the 13th International Congress on Advances in Civil Engineering, İzmir, Turkey, 12 - 14 September 2018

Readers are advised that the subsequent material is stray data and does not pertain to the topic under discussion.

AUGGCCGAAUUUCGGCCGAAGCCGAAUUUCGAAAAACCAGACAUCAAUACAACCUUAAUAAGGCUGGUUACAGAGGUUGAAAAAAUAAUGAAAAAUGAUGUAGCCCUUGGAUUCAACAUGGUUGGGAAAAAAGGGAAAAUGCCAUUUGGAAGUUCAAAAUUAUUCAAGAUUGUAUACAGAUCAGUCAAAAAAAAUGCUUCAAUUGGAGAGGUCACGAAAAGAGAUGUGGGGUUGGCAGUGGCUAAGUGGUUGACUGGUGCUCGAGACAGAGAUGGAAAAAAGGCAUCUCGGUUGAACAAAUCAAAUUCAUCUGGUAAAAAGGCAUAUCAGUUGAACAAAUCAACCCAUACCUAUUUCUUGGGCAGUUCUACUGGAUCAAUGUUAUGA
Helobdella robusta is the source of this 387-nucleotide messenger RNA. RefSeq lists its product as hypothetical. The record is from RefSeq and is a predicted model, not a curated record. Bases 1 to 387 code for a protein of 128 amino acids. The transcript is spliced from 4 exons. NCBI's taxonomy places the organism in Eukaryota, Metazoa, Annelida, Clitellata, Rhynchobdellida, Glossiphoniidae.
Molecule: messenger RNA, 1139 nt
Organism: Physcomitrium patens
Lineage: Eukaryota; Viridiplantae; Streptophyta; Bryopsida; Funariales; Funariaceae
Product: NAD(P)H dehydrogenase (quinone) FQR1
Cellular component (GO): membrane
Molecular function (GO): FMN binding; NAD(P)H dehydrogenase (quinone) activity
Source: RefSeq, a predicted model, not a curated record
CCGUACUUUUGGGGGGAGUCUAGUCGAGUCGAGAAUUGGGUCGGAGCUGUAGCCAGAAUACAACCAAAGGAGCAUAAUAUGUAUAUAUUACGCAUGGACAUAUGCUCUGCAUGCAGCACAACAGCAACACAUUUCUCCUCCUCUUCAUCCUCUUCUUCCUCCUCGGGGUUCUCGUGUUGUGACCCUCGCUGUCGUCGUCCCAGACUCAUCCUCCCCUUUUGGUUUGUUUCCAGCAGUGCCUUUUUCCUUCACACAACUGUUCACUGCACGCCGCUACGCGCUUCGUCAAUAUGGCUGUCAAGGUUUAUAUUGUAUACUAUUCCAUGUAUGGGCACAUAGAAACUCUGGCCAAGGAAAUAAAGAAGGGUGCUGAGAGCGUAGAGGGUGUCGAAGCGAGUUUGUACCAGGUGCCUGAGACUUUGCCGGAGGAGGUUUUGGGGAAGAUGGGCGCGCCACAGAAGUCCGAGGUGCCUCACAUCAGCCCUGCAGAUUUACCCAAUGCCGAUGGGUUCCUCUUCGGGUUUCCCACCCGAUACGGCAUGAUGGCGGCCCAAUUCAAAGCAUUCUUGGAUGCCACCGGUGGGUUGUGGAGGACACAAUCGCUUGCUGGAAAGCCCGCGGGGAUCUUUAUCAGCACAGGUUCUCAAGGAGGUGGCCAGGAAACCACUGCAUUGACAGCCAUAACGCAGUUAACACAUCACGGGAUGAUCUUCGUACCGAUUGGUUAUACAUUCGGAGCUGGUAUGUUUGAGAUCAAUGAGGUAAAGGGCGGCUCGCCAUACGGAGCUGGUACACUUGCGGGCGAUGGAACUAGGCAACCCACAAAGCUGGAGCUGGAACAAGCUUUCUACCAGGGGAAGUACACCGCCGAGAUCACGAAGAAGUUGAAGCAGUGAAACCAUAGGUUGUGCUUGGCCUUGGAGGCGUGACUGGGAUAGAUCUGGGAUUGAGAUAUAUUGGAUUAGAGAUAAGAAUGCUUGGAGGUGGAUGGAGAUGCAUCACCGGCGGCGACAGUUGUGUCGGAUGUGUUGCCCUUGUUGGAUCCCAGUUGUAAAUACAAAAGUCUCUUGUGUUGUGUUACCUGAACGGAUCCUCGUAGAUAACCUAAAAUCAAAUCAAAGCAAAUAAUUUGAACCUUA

Liquid slugs trapped in a voided line may damage the pipe systems used in thermal power plants. Problems in those plants have been reported in the literature. In order to prevent the failures of the pipes, the impact pressures due to slugs should be predicted as accurately as possible. In the present study, slug motion is experimentally investigated. Experiments are conducted to measure impact force due to slug flow for a larger pipe diameter which represent the real piping systems better. An inclined pipe is used in the experiments, which is connected to a pressurized air tank and between them a ball valve is located. A slug mass or the initial slug length before each experiment can be set at the lower part of the pipe by using a water tank at the upstream. By opening the valve the liquid slug is accelerated due to the pressurized air at the tank and hits 90o degree elbow located at the downstream end of the pipe. After the elbow, the system is open to atmosphere with a short pipe segment. The pipe is rigidly attached to air tank and concrete floor. Due to extensive anchoring, the pipe can be assumed to be rigid and constrained from axial movement induced by the slug impact. To measure the pressure history, a pressure transducer is installed on the elbow.Peak pressures at the elbow are measured for different initial slug lengths. The experimental results obtained in this study can be used to validate different numerical approaches.